Major Polish piano maker, Fryderyk Buchholtz (b. 1792 in Olsztynek [Hohenstein, East Prussia], d. 1837 in Warsaw) became a gild master c. 1815 and set up his piano company in Warsaw at 1352 Mazowiecka (Świętokrzyska) street. The firm soon gained recognition. It exhibited at Warsaw fairs, winning medals and awards. At first, Buchholtz would build also giraffe pianos with bassoon and Turkish music stops. In 1825 he switched to Viennese and English action grands only. In 1826 he started to produce English-style instruments modelled on a piano brought from London by Maria Szymanowska. In 1827 Buchholtz was the first in the Congress Kingdom of Poland to use metal stress bars for the frame and casing, and to eliminate the casing’s bottom. His instruments were praised by musicians. Among the owners of Buchholtz pianos were Fryderyk Chopin (the instrument was burnt during the January Uprising 1863-64) and Tytus Wojciechowski. After his death, the company was run by his wife Emilia née Bratyńska (with the help of Szymon Laboradzki [Luboradzki]). C. 1841 it was taken over by his son and student, Julian (b. 1820 in Warsaw, d. 1860 in Warsaw?), who had previously worked in Vienna, Paris, and London. Having taken over his father’s company, Julian produced upright pianos, among others. He exhibited decorative instruments at a Warsaw fair in 1845. The firm closed down c. 1846. Buchholtz instruments have survived at the National Museum in Warsaw (a giraffe piano), the Musical Instrument Museum in Poznań, the Fryderyk Chopin Institute in Warsaw, the Hunting Palace in Antonin, the Museum of Industrial History in Opatówek, the Andrzej Szwalbe Collection in Ostromecko near Bydgoszcz, and the Regional Museum in Kremenets, Ukraine.

Bibliography: B. Vogel, Fortepian polski. Budownictwo fortepianów na ziemiach polskich od poł. XVIII w. do II wojny światowej, (Warszawa, 1995), pp. 204-205; B. Vogel, Polskie fortepiany XIX –XX w. Kolekcja Muzeum Historii Przemysłu w Opatówku, (Opatówek, 1994), pp. 16-17, 33-34, 53, 64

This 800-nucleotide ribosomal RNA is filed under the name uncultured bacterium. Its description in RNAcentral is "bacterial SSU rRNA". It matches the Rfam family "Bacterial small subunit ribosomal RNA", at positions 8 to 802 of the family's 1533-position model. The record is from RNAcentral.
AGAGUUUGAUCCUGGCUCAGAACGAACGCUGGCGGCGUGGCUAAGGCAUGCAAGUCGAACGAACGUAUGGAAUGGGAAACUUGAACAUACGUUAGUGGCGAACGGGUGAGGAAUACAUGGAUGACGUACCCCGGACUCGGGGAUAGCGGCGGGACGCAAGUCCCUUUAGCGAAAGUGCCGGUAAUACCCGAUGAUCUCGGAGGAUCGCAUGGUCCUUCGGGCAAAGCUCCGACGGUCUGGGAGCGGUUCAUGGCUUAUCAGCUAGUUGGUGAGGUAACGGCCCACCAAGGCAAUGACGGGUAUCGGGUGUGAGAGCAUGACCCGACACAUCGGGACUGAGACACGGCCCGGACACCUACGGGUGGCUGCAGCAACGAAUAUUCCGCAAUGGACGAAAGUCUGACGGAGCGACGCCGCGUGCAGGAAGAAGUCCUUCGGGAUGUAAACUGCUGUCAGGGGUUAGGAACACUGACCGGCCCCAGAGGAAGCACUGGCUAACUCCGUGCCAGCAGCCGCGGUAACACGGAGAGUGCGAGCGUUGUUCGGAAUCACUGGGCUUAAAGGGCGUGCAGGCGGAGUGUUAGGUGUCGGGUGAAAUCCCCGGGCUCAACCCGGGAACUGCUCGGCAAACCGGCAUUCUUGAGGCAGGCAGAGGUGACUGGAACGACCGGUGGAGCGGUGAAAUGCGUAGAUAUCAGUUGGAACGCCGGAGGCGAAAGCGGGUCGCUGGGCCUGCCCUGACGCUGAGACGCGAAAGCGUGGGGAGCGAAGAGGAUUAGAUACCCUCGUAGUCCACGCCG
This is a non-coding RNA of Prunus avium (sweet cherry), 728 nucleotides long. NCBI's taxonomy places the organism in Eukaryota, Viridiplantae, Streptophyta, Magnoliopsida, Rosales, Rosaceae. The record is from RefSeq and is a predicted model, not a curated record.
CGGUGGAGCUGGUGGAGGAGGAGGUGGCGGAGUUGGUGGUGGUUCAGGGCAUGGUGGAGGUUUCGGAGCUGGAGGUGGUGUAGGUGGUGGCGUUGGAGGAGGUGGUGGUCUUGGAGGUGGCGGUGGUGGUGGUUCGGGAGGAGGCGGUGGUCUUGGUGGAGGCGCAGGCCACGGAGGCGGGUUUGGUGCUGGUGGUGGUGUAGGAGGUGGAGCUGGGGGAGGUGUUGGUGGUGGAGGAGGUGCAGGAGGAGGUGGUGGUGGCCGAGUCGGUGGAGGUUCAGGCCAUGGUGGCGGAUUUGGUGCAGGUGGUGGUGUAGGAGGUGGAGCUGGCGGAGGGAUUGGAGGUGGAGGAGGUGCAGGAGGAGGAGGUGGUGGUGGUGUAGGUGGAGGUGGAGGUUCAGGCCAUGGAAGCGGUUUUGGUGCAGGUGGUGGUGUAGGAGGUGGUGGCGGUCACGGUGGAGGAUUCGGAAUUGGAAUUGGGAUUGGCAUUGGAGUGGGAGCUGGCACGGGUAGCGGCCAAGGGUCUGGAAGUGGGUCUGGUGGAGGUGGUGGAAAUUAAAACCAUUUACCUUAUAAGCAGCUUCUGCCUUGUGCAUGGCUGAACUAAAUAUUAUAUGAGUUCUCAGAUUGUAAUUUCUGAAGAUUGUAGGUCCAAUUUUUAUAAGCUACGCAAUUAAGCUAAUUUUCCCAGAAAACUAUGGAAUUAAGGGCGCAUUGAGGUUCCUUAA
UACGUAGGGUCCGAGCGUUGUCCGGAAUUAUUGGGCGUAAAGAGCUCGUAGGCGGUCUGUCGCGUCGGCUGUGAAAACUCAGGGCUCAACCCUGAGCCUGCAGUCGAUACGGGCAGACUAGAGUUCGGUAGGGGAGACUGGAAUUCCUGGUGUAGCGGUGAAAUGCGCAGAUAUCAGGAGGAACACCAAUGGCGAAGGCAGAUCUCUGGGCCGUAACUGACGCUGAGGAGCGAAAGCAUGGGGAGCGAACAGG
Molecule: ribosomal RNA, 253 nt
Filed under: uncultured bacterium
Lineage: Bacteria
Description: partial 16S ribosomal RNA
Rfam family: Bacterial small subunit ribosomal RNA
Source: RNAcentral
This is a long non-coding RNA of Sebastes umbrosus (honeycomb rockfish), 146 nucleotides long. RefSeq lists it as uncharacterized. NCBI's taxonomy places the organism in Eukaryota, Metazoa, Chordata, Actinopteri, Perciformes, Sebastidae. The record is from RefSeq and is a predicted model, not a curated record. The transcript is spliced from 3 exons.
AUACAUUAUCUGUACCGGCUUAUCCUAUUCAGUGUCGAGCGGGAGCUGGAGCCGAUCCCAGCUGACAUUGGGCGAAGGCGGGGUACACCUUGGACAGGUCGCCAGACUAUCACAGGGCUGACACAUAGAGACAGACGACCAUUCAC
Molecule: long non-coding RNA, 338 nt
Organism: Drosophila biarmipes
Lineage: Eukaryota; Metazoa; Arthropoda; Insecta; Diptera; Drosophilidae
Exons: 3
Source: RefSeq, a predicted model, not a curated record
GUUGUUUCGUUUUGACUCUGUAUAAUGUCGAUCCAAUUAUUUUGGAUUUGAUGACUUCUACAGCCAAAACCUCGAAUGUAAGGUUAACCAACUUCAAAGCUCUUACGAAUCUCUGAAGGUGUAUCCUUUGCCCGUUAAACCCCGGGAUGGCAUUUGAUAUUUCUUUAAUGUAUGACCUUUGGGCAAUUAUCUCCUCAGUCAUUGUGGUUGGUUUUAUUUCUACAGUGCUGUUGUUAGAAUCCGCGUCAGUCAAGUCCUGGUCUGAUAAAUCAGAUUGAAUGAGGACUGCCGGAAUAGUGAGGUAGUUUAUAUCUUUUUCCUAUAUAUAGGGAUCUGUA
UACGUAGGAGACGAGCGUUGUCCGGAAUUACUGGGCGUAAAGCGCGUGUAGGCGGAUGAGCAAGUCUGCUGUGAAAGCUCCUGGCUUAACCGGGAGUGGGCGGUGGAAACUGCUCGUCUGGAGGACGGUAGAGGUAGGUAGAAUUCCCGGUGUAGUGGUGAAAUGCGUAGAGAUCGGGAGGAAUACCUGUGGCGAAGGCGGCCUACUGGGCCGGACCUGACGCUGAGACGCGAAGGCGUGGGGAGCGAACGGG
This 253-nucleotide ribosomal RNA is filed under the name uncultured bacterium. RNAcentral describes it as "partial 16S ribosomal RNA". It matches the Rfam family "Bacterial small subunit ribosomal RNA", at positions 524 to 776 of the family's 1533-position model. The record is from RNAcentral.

Budynowicz, Józef

Józef (Jan?) Walenty Budynowicz (b. 1816 in Warsaw, d. 1886 in Warsaw) was a founder of a leading Polish piano company. The grand and upright piano manufacture operated in Warsaw from 1840 to c. 1888: first at 557 (32) Długa st., then – c. 1884 – was relocated to 8 Leszno st. He was the first in Poland to build a grand piano with a cast metal frame, which he patented in 1847. In 1849 Budynowicz was employing 8 associates. In 1857 there were 17 of them working at 17 workstations. The firm would build c. 55 instruments a year, a fourth of which were exported to Russia. In 1870 Budynowicz was employing 12 associates who made 45 instruments annually. In total, the company produced c. 5 thousand pianos. Budynowicz became the second largest Warsaw-based piano company after Krall & Seidler. Its instruments were valued for their sound and technique. Many of them have survived and now belong to the Musical Instrument Museum in Poznań, the Andrzej Szwalbe Collection in Ostromecko near Bydgoszcz, the Museum of Industrial History in Opatówek, and the National Museum of Finland (an instrument gifted in 1849 to Maria Ernrot by tsarina Aleksandra).